What does Revelation 22:5 mean?
ESV: And night will be no more. They will need no light of lamp or sun, for the Lord God will be their light, and they will reign forever and ever.
NIV: There will be no more night. They will not need the light of a lamp or the light of the sun, for the Lord God will give them light. And they will reign for ever and ever.
NASB: And there will no longer be any night; and they will not have need of the light of a lamp nor the light of the sun, because the Lord God will illuminate them; and they will reign forever and ever.
CSB: Night will be no more; people will not need the light of a lamp or the light of the sun, because the Lord God will give them light, and they will reign forever and ever.
NLT: And there will be no night there — no need for lamps or sun — for the Lord God will shine on them. And they will reign forever and ever.
KJV: And there shall be no night there; and they need no candle, neither light of the sun; for the Lord God giveth them light: and they shall reign forever and ever.
NKJV: There shall be no night there: They need no lamp nor light of the sun, for the Lord God gives them light. And they shall reign forever and ever.
Verse Commentary:
Once again, John reports that night will not exist in the eternal city. Further, there is no need of lamp or sunlight because the Lord God is the city's source of light (Revelation 21:23). Ancient cities had only fire to create light, making it difficult to drive away the darkness of night. Occasionally, modern cities experience blackouts that plunge residents into darkness and disrupt their everyday way of life. Great joy erupts when power is restored. But a blackout will never occur in New Jerusalem.

Also, God's servants will reign forever and ever. At the beginning of human history, God placed Adam over the created earth. Adam's responsibility was to rule the planet as God's steward (Genesis 1:28–30), but his failure to obey God's command regarding the fruit from the tree of the knowledge of good and evil resulted in a curse on the earth (Genesis 3:17–19). When God creates a new heaven and a new earth, He gives redeemed mankind the privilege of ruling with Christ over His creation. Paul told the young pastor, Timothy: "If we endure, we will also reign with him" (2 Timothy 2:12).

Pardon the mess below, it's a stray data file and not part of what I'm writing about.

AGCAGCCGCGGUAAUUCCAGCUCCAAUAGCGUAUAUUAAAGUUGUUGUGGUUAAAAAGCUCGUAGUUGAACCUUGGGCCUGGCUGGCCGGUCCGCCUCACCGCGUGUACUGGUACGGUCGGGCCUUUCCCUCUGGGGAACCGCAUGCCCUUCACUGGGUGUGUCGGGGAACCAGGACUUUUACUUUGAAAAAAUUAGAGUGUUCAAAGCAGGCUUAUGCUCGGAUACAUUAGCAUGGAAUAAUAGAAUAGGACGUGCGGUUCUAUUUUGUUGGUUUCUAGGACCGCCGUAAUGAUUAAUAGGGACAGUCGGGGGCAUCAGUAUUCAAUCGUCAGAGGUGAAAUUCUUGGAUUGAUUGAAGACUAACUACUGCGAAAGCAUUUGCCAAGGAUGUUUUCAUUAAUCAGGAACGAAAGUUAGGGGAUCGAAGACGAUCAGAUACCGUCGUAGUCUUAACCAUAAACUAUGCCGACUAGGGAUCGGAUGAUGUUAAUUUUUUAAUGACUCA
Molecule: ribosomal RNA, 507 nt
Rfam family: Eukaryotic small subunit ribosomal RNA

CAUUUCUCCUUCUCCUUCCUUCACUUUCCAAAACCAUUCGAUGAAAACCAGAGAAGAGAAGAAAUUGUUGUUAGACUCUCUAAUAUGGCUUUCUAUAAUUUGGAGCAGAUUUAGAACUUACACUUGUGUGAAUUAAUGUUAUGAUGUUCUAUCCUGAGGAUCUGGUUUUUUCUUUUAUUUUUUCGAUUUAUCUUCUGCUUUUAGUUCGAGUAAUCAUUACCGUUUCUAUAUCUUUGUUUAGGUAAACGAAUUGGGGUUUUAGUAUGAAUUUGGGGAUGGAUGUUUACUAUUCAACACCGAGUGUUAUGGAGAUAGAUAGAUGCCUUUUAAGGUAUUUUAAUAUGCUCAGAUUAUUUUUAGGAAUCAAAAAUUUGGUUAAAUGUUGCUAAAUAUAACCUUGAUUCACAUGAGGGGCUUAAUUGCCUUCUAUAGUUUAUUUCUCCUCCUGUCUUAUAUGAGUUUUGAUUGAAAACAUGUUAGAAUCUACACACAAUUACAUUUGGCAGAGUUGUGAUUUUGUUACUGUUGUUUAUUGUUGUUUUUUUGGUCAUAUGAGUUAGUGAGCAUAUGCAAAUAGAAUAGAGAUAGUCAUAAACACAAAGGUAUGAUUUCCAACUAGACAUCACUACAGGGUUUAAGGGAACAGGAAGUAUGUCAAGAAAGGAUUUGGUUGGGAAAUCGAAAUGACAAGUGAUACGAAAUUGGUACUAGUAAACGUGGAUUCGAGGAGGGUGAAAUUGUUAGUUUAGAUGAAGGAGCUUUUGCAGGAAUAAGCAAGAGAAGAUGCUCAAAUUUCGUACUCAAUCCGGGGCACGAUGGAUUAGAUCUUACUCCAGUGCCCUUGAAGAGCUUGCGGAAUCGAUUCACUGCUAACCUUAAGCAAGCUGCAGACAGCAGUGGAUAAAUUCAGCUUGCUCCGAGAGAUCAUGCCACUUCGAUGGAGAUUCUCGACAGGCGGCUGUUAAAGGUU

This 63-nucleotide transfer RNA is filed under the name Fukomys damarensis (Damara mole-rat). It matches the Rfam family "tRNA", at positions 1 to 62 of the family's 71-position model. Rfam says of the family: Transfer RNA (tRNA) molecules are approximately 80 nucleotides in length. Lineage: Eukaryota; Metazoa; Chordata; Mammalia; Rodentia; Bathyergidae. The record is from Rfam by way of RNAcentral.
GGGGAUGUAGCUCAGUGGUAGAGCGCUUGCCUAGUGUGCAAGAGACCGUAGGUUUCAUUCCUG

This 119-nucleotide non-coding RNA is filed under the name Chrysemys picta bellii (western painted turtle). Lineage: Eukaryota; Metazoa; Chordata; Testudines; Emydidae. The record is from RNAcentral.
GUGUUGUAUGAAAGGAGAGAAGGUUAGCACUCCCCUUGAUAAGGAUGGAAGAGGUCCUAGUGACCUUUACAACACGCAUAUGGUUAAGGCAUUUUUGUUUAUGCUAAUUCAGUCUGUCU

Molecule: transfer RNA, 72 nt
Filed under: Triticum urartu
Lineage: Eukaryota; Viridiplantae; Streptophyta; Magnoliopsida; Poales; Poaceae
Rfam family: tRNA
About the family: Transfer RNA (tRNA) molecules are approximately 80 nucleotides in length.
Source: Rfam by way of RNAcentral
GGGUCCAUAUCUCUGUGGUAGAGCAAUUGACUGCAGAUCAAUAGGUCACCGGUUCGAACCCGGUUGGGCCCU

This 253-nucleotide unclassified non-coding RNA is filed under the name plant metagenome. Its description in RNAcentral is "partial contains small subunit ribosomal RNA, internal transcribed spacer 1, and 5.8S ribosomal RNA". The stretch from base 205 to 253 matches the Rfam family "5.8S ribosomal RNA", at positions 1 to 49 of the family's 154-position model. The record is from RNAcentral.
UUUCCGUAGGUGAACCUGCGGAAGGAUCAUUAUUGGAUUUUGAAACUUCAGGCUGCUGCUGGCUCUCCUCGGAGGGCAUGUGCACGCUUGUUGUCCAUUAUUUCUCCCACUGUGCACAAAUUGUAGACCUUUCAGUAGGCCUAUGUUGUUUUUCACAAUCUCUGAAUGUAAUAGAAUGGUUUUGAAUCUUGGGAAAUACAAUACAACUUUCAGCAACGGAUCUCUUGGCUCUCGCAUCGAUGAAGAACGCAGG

Verse Context:
Revelation 22:1–5 provides further details of New Jerusalem, which was introduced in the preceding chapter. Based on the language used, some interpreters debate whether New Jerusalem will exist during the thousand-year reign of Christ, providing sustenance for those who live on the earth; or, if it will only appear after the end of the millennium. Either way, in New Jerusalem eternal conditions exist in perfection and peace.
Chapter Summary:
John sees additional images of New Jerusalem. The city's depiction stands in contrast to the ruin experienced during the tribulation, and evokes comparisons to the garden of Eden from the book of Genesis. After this, John relates several commands and messages from Jesus Christ. Among these are a dire warning not to manipulate the words of this message. Revelation, along with the canon of Scripture, ends with a benediction and prayer for Jesus to return.
Chapter Context:
This passage completes the description of New Jerusalem. Earlier chapters in Revelation described the final judgments against sin and death. Genesis chapter 3 described humanity's loss of paradise; Revelation 22 describes paradise regained. Concluding remarks by Jesus begin in verse 6 and continue through verse 20. Verse 21 records the apostle John's benediction, which marks the end of the New Testament canon.
Book Summary:
The word ''revelation'' means ''an unveiling or disclosure.'' This writing unveils future events such as the rapture, three series of judgments that will fall on the earth during the tribulation, the emergence of the Antichrist, the persecution of Israel and her amazing revival, as well as Jesus' second coming with His saints to the earth, the judgment of Satan and his followers, and finally, the eternal state. This content, combined with the original Greek term apokalypsis, is why we now refer to an end-of-the-world scenario as ''an apocalypse.''
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